Over the weekend, Labour’s remaining leadership candidates have been competing to see who can come up with the best way of strengthening ‘our precious union’ although none of them managed to articulate what’s so precious about it or why they want to maintain it.  And, as seems inevitable when Labour’s thoughts turn to devolution, one of them has played the federal card.  In this case, it’s Starmer, who has at least recognised that a federal UK with real power for the nations and regions means breaking up England into smaller units.  He didn’t put it that way, of course – but that can only be the outcome of setting up regional parliaments with full powers over all devolved areas.  A federation which leaves England untouched can never be a federation of equals.  In truth, what sounds like a radical plan is little more than an attempt to kick the can down the road by setting up a long-term process which will lead to a written constitution at some unspecified future date after listening to people's opinions (and guess what the reaction in England will be?).  Too little, too late.
Long-Bailey took a trip into an imaginary past where the Scottish Parliament and the Senedd “were meant to be on an equal footing” with Westminster.  (Spoiler: No, they weren’t.  That was never the intention of any part of the Labour Government which set them up.)  She went on to argue that she wants “our Scottish parliament and our Welsh parliament to feel as completely autonomous and independent as they possibly can whilst having that collaborative relationship with Westminster”.  If the relationship with Westminster is collaborative rather than hierarchical, I can see nothing much wrong with that, although it sounds a lot like what I’d call independence.  I hope that an independent Wales would always be willing to collaborate with our neighbours in these islands and beyond.  I rather suspect that “as completely autonomous and independent” as possible has a rather more limited meaning for her than for me, and that her idea of "collaborative" is rather more of a straitjacket.  And the one thing that comes through very clearly is that she somehow thinks that strengthening devolution will regain Scotland for Labour; and I suspect that party political objective is the real aim for all of them.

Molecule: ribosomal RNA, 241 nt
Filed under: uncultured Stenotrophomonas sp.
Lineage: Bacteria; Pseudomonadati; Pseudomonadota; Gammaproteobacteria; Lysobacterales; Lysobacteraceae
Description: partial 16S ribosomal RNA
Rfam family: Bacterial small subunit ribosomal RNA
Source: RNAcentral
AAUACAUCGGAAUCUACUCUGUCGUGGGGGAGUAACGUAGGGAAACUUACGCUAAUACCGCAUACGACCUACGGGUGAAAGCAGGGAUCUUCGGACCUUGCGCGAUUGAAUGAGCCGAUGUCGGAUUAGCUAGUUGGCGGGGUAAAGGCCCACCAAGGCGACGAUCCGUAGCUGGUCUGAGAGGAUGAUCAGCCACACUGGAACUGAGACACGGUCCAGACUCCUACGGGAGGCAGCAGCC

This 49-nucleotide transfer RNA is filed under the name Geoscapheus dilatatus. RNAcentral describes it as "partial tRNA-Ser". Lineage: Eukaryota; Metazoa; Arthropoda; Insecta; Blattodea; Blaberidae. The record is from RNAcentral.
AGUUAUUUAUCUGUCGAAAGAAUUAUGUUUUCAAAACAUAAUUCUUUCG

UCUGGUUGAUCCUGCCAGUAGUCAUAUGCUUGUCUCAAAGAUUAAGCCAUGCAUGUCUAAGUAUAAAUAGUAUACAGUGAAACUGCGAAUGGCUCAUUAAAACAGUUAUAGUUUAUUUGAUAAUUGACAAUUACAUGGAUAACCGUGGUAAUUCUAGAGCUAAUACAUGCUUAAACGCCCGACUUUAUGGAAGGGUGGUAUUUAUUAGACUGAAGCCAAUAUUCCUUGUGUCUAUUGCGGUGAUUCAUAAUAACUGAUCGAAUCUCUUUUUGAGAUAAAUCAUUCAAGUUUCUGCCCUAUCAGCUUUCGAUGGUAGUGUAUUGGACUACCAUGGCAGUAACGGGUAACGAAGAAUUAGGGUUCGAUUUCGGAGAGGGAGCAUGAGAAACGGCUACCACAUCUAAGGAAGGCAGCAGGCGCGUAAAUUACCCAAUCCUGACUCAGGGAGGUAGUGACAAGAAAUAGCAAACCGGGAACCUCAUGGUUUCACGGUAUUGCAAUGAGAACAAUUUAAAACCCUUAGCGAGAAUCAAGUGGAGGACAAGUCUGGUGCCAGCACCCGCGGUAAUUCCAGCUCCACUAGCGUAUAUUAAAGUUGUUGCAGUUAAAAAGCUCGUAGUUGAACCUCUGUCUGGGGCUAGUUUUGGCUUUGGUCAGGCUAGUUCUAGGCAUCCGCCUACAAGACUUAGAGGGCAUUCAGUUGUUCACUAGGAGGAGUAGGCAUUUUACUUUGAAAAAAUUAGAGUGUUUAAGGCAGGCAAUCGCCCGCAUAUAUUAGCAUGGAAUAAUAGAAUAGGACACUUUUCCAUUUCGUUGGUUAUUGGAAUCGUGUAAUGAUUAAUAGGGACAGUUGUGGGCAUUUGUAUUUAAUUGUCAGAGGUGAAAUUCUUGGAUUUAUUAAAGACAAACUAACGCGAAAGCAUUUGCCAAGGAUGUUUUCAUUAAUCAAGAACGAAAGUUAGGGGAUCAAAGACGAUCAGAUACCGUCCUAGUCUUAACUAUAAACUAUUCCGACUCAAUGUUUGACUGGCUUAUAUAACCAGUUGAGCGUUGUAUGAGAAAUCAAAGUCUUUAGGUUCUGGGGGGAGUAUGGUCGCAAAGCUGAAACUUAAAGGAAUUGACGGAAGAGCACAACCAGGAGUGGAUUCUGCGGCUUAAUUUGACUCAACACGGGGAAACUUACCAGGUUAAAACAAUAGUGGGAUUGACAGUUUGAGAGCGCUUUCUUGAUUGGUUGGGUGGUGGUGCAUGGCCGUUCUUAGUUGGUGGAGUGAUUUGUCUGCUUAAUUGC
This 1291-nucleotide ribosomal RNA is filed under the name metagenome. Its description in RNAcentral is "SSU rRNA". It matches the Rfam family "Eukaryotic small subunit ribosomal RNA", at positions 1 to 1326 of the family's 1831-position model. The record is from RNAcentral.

Nandy doesn’t seem to have had much of import to say in the eyes of whoever wrote this piece, merely talking vaguely about handing power back to the nations and regions.  It’s another version of alternative history, because the regions never had the powers (whatever they are) which she says she wants to give them back.
Thornberry sounds much more like the authentic voice of Labour which we know so well, and whilst she seems to be on course to be knocked out of the contest soon, I rather suspect that her traditional approach is the one that will actually be followed by Labour, whoever wins, after a decent period has elapsed in which to bury all talk of federalism.  Bash the SNP, label them as tartan Tories, and wait for the voters to return sheepishly to the Labour fold.  It’s not exactly been a successful strategy to date, but it does at least show that she understands the problem she’s trying to solve – it’s nothing to do with devolution, independence or the best interests of Wales or Scotland, it’s all about how Labour can win the seats it needs to form a government in London.  The problem isn’t a constitutional one, it’s about those contrary Scots refusing to vote the way they’re told to vote.

Friday, 24 January 2020

What does freedom look like?


According to the Brexiteers, there’s just one week left under the oppressive yoke of Brussels rule, after which the UK will, at last, be free to set its own course in the world.  We will be free to set our own standards and rules in a whole host of areas, constrained only by the minor inconvenience of trying to sell our wares into markets which insist on imposing different standards and refuse to accept anything which does not comply.  That will be their problem, though, not ours – if they don’t accept our new standards, we can refuse to sell them our goods and services.  Let’s see how they like that!
We’ll also be free to set our own external tariffs, which means we can abolish all tariffs on incoming goods if we wish.  That will give us the advantage of buying whatever we like, from wherever we like, at the cheapest prices available on the world market.  If the rest of the world doesn’t follow suit and abolish their tariffs on our goods, that too will be their problem.  We can stop making the things that they want and force them to look elsewhere.  Let’s see how they like that!